Fancy a spot of highly-focused tower defence with your seasonal gaming? Then Final Horizon fits the bill pretty well. There goes mankind, rushing off into deep space to colonise some new worlds, and look here comes a nasty arachnid race to punt us back into oblivion. Premise set, off we go with the humans needing help across a series of solar systems, planets and moons.
Each provides a tightly scripted battle with only a few units to place and a few bases to drop them on, so each level is about figuring out the right strategy and letting the sentry guns, missiles, aerial bombardments and other systems do their job to mince up the advancing spiders and their allies.
You need to get the right balance between power units to drive your weapons, and defensive kit to keep the hordes at bay. Energy is also used to repair bases, so a steady supply is your first priority. Once your base is set you only need to wipe out a fixed amount of invaders. Do the job and its on to the next level.
To spice things up you get to use of some of the weapons from the orbital Firestrike system to the big guns of the Strikeback cannon. This changes the perspective and puts you neatly into the action for a short while.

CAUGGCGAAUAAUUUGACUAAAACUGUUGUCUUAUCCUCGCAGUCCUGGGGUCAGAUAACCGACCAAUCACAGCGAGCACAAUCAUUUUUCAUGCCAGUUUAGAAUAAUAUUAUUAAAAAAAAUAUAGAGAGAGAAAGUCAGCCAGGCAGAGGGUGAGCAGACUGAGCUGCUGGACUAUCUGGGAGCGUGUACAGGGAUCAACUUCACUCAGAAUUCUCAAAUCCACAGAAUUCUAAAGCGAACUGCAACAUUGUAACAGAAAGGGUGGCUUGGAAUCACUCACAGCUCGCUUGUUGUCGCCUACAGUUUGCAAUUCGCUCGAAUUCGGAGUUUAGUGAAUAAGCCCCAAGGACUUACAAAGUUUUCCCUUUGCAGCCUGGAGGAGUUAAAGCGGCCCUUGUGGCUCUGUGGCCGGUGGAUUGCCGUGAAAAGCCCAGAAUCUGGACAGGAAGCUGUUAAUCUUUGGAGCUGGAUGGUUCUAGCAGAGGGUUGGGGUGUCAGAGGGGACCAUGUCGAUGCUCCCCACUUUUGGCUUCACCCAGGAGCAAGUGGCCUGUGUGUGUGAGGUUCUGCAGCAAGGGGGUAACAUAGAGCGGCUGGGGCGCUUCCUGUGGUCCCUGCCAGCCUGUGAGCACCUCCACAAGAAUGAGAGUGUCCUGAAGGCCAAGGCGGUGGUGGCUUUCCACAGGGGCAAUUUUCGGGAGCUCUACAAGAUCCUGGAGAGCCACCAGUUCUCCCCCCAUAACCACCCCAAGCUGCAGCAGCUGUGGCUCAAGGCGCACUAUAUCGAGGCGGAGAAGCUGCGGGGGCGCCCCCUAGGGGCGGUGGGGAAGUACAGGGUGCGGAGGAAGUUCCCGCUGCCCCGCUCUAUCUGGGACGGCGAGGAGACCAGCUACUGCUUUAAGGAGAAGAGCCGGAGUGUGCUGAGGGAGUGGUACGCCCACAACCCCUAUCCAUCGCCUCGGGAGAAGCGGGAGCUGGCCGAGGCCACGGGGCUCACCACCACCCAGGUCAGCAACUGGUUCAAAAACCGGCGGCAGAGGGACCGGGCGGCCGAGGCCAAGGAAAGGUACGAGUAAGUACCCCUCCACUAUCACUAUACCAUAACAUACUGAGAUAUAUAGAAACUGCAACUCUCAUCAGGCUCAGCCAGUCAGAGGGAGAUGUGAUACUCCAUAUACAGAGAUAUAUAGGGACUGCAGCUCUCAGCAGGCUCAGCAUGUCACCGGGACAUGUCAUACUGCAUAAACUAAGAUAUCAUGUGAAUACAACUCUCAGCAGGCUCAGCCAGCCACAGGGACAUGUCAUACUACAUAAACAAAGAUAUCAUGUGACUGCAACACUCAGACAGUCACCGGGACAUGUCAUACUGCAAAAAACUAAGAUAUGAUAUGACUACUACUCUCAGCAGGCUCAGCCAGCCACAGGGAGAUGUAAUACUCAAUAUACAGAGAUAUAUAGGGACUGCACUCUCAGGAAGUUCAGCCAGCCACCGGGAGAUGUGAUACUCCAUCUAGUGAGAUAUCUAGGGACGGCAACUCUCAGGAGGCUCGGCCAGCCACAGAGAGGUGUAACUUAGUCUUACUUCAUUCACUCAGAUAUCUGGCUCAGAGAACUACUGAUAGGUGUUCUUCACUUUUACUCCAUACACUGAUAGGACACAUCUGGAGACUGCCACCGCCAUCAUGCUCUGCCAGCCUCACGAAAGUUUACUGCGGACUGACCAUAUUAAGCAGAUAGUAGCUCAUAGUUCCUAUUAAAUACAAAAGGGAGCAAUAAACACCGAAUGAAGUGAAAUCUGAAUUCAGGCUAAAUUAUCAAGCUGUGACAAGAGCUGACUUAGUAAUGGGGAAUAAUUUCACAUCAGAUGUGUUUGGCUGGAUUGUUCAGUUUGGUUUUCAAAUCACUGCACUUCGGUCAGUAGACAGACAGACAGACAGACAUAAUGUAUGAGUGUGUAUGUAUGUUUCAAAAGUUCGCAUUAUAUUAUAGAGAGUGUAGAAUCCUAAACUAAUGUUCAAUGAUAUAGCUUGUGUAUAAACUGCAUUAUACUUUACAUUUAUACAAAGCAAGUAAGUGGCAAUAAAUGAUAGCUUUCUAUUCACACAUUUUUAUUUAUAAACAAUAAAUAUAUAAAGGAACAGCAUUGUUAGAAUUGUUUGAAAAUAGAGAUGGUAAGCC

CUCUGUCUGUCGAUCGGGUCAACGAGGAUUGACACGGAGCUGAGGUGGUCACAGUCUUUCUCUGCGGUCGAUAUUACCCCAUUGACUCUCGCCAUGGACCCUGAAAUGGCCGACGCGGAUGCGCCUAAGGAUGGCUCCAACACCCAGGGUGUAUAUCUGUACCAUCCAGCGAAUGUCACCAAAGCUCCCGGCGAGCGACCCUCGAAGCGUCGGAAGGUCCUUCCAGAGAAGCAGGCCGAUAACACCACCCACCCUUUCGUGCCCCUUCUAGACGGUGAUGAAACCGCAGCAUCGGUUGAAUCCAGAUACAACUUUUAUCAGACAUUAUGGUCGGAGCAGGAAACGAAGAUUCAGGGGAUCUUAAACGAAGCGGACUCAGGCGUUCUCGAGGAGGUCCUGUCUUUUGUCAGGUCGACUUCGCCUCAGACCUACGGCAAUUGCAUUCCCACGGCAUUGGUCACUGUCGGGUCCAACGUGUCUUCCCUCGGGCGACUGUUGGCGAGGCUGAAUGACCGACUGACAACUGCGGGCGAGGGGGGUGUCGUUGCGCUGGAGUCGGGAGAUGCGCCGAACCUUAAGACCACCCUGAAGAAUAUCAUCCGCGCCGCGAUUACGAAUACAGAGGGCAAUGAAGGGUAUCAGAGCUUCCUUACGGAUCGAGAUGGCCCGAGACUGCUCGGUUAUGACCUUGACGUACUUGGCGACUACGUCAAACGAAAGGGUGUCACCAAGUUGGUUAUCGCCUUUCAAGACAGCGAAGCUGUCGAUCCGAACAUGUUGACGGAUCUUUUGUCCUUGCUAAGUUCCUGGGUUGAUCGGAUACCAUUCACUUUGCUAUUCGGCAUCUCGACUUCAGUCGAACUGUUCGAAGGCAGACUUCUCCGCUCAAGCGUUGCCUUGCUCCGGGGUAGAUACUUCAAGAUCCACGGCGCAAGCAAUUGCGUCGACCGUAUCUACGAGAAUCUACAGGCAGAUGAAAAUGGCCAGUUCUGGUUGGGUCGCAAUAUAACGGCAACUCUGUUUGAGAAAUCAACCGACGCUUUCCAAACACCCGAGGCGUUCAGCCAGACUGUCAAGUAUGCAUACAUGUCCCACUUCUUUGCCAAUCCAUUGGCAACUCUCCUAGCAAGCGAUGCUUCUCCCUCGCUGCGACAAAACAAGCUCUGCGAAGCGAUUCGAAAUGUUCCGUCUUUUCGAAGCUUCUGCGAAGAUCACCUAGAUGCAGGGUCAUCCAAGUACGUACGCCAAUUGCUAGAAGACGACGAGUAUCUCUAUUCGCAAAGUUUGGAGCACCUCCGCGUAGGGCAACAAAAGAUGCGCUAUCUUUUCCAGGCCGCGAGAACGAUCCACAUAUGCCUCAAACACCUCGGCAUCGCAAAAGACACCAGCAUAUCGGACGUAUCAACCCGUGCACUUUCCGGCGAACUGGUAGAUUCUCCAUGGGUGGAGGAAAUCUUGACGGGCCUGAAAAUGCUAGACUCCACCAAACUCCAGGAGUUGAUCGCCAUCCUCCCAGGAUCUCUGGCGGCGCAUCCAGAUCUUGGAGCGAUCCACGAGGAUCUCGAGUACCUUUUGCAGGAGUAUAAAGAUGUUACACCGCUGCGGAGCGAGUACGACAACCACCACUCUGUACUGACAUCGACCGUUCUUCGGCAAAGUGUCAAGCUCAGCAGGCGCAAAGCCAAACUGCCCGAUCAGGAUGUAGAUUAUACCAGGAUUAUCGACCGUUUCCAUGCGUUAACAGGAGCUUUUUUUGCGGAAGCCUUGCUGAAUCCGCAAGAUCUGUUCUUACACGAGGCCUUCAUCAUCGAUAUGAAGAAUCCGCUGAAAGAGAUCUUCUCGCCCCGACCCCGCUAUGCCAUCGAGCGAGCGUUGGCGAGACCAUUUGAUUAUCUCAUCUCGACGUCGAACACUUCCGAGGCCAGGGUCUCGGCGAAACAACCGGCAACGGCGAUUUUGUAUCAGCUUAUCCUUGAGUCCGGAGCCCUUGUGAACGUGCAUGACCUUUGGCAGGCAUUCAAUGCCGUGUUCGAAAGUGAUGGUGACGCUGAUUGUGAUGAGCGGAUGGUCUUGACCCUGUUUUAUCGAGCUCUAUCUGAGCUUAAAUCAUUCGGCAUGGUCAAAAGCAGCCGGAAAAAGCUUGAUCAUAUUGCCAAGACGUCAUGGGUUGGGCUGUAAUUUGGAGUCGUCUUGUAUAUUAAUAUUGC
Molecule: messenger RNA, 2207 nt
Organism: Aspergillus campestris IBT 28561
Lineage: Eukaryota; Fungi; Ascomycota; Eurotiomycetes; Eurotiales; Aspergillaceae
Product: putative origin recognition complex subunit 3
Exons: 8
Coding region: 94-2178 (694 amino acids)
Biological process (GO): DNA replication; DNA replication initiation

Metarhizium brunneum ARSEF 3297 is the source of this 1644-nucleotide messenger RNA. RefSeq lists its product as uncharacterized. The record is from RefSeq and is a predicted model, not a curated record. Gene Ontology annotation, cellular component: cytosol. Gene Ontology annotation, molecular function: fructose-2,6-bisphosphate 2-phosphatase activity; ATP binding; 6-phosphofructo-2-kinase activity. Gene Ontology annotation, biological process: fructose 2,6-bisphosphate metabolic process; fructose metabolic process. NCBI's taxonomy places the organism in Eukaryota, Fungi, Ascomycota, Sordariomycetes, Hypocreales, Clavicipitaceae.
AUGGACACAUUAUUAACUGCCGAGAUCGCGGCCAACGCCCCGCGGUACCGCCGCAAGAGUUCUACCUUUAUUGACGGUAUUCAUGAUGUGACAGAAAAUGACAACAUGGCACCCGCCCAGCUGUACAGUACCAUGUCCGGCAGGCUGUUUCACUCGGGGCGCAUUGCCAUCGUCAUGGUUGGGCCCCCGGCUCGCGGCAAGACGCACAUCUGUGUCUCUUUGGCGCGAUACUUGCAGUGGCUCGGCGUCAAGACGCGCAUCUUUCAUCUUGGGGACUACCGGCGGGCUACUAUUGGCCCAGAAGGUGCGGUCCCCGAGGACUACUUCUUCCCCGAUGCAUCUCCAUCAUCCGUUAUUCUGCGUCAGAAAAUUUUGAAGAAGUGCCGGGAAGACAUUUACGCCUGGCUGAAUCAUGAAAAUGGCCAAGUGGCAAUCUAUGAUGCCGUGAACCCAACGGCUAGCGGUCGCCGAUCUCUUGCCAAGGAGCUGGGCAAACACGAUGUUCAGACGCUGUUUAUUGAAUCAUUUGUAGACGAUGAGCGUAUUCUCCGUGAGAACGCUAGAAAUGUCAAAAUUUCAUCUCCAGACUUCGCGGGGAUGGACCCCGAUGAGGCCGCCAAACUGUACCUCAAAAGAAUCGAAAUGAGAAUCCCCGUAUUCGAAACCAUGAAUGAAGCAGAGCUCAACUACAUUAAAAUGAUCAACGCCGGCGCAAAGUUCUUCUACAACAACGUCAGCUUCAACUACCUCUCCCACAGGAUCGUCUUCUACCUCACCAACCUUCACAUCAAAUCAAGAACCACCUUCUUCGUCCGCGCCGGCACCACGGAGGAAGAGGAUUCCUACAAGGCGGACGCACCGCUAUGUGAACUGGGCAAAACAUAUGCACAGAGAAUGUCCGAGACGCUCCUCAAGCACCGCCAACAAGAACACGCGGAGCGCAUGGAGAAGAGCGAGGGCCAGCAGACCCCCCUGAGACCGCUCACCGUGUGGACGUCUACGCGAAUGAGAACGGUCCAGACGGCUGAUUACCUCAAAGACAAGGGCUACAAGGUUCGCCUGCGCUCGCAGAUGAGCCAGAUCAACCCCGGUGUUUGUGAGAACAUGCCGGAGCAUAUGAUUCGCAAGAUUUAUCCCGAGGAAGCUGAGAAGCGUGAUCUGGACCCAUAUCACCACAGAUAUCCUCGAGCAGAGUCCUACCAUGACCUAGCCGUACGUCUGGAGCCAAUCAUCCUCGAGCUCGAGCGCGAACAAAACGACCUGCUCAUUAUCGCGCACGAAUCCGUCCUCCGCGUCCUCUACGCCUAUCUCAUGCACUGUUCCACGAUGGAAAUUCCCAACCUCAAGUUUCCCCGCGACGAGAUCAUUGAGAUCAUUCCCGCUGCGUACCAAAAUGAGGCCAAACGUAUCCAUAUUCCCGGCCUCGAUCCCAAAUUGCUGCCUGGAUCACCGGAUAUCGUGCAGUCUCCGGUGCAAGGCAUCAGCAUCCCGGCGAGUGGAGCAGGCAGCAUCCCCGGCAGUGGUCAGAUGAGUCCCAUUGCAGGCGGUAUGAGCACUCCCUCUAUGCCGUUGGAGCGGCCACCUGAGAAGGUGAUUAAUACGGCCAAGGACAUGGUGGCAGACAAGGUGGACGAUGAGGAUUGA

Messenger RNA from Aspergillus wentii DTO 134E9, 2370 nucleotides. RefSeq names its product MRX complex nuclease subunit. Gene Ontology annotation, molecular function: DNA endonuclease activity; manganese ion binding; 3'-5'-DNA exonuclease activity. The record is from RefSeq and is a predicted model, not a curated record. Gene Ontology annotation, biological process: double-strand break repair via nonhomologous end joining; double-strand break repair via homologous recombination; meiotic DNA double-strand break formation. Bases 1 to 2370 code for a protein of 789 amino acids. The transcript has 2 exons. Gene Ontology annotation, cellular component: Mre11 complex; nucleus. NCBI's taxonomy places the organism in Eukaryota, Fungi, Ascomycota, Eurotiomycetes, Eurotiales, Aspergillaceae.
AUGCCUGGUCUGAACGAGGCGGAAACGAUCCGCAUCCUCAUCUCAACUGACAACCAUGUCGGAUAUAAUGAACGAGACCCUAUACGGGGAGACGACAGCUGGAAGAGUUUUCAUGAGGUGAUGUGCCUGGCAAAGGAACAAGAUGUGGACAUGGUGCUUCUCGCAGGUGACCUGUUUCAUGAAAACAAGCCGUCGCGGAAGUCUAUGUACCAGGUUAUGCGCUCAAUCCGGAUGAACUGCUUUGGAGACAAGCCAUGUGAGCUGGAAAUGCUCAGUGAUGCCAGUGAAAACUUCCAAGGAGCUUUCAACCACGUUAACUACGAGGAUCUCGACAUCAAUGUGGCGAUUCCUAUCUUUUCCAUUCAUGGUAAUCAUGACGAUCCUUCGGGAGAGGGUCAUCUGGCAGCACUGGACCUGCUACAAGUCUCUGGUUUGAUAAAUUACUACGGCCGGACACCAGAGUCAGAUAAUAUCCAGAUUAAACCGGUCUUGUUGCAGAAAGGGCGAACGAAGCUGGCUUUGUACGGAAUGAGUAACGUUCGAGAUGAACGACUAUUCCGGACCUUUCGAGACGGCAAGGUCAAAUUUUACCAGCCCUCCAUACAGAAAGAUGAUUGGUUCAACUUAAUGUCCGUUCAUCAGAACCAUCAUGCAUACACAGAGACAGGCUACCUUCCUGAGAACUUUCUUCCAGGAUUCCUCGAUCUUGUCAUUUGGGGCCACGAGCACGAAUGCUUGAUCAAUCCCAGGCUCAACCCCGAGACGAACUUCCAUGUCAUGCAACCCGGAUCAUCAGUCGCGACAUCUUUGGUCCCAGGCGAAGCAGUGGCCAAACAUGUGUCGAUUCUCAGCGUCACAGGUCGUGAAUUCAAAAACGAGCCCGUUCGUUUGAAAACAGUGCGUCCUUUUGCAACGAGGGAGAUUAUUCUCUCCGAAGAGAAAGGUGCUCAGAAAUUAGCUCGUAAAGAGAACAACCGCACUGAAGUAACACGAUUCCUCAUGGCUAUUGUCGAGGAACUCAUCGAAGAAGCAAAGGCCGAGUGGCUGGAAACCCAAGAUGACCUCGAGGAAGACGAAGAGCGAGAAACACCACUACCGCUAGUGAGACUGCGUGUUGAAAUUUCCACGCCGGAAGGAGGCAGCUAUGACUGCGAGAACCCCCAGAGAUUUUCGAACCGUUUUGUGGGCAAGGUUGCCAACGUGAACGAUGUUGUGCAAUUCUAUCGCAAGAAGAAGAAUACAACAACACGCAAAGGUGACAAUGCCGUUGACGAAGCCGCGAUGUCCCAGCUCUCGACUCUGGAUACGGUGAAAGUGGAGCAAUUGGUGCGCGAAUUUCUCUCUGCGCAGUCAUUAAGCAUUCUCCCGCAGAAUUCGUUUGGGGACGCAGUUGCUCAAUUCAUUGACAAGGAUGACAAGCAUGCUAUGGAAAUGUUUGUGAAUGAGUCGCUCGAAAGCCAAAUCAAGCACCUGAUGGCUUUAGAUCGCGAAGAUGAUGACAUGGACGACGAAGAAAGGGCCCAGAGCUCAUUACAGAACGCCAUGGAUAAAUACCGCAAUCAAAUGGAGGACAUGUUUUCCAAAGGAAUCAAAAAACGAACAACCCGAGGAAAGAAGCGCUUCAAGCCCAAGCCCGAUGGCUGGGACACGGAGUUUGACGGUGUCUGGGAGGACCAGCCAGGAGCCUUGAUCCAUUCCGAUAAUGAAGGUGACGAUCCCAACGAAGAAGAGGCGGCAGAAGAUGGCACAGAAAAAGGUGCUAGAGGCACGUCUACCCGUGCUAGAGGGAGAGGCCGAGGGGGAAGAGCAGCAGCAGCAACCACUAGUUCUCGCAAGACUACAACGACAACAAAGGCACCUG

For some more longevity, there's scoring rounds and leaderboards, so you can play some traditional tower defence, but within the limits of the main game, that feels rather limited. There's also some extra DLC missions to grab, in the Dark Galaxy pack, if you really love the game.
With great weapon and bug design, this has a slight feel of the Atari revamped Battlezone on PC, but being bolted down to fixed defensive points really grated after a while. Hopefully there will be a sequel, if it sells enough and Eiconic will expand the game. Certainly each battle is finely pitched, if not exactly a fierce battle.
There are some fine touches, the world preview screens can be spun around to take a look at the gorgeous planets, and its fun to go back through the campaign missions and tidy up any objectives you missed. Then there's some fluffs, like who gives out stacks of trophies in the VR training mode? That seems pretty pointless and the game itself offers little hardcore challenge until the bosses turn up, when everything goes rock hard.
Between those mega-challenges, there's plenty of fun in managing your meager resources, upgrading and strategising. Playable either on the trouchscreen or with the buttons, Final Horizon is a neat game with some good design, and some spots of hectic play, but a little more ambition could have easily made it a 9.
Progress: Now arachnaphobic